At this point, you will have gotten over your confusion over which college to pick. You can begin to narrow your list of choices to the dozen or so that match your priorities.

Choosing the right college for you is not easy, and you should prepare to do tons of research. After all, college is where you’ll spend the next four years of your life (or longer). It’s worth digging for as much information as you can to come to this final decision.

What To Do If You Get Rejected?

The more competitive a college is, the more applications they reject. Top colleges reject as much as 95% of applicants, while less competitive ones reject closer to 70% of students.

On average, students are taught to increase their chances of getting into any college by spreading out the difficulty of getting in. In other words, don’t apply only to a handful of your dream colleges.

Apply to others based on difficulty. This way, in the worst-case scenario, you should be accepted by at least one out of ten.

For example, if your eyes are set on top colleges, your chances of getting accepted are so small. Prepare for rejection as follows: consider applying to 2-3 colleges that you believe you are very likely to get into, then 2-3 that are your target colleges, and finally 2-3 that you likely won’t get into but are worth trying.

That’s a total of 6-10 colleges, with varying probabilities of getting accepted/rejected.

Should everyone apply to that many colleges? No.

College applications cost up to $75 each. Recall that requesting numerous SAT or ACT score reports also requires money. If you want to apply to that many colleges, it can quickly add up to $1,000 or more just to apply.

Apply to as many as you can afford, aiming towards 7-10, but only to those you actually would want to attend if you were accepted.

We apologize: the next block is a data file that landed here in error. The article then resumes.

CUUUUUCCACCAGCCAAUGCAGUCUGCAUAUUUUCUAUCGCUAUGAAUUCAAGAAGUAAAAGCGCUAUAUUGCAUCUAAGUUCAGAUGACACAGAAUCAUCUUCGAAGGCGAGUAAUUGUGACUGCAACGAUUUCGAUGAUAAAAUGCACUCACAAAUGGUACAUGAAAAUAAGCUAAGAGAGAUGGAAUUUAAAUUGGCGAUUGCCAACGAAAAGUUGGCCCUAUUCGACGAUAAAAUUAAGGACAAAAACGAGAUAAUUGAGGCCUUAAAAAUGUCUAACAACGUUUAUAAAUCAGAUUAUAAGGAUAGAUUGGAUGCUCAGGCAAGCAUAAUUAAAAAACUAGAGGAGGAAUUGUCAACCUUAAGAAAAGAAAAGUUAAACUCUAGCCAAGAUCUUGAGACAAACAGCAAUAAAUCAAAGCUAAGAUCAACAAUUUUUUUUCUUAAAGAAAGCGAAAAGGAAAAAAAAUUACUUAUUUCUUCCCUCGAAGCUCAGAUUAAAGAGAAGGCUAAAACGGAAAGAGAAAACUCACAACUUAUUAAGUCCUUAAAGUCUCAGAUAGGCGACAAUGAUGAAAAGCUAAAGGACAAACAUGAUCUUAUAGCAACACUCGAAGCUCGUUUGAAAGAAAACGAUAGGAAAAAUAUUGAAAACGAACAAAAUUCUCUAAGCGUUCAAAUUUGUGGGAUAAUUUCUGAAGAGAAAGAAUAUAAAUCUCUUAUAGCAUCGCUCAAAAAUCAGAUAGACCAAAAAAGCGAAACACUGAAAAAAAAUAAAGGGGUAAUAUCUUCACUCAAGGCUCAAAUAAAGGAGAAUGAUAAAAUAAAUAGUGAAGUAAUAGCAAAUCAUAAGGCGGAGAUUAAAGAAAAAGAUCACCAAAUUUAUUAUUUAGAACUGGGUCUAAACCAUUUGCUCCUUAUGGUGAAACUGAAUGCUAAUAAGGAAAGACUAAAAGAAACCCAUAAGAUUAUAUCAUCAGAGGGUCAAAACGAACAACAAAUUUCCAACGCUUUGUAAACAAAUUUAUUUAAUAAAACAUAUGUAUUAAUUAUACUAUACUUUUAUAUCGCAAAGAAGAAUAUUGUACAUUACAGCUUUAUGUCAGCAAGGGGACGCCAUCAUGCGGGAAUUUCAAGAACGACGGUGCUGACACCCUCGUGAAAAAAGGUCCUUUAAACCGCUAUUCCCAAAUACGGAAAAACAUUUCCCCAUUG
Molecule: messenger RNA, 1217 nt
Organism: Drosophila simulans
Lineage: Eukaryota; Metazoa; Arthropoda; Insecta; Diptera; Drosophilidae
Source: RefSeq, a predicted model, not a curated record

Now, what should you do if you get rejected from your dream college?

That’s emotionally tough. But you should be prepared for that. If you receive that letter of rejection from your dream college, it can play tricks on your mind.

First of all, know that it happens to a lot of your friends and peers. Everyone is going to get rejected one way or another. If you have to cry or hit a punching bag, do so.

The first few days will feel strange. You might need time alone to process the rejection. Some people can openly discuss this with friends/family, while others are overcome with shame and embarrassment.

If you have to distract yourself from the pain with video games, hanging out, or building something creative, do it. But decide to let it out for a certain amount of time and then move on. Do not wallow in sadness.

Some of your options include:

  • Take a gap year and apply again later. Work a job in the meantime.
  • Attend a different school, with plans to transfer to your dream college
  • Appeal the rejection (worth a shot)

Other students are not ready for college yet, and rejection doesn’t mean much to them. They take time off to travel the world, backpack through Europe, start a small business, or discover what life is about before committing to more schooling.

Paying for Tuition and Cost of Living

According to recent studies by Sallie Mae, 51% of parents believe the responsibility of college decision-making is shared between them and their children.

This is probably so because when it comes to paying for college, 43% of the cost is covered by family savings and income.

Parents understand the importance of higher education and will stretch themselves financially to put their children through college.

To match up with parents, students will apply for scholarships and grants. This makes up 31% of the covered cost of attending college.

Combined, this only covers 75% of the cost. The remaining 25% comes from borrowing (college loans).

Knowing these statistics, you can see that you have three sources of income to cover college costs:

  • Parents, and/or student working while in college
  • Scholarships and grants
  • Loans

Let’s talk about borrowing first since it seems like an easy solution on the surface.

Before you tell your parents to keep all their money, consider the negative consequences of funding a large part of your college costs with loans.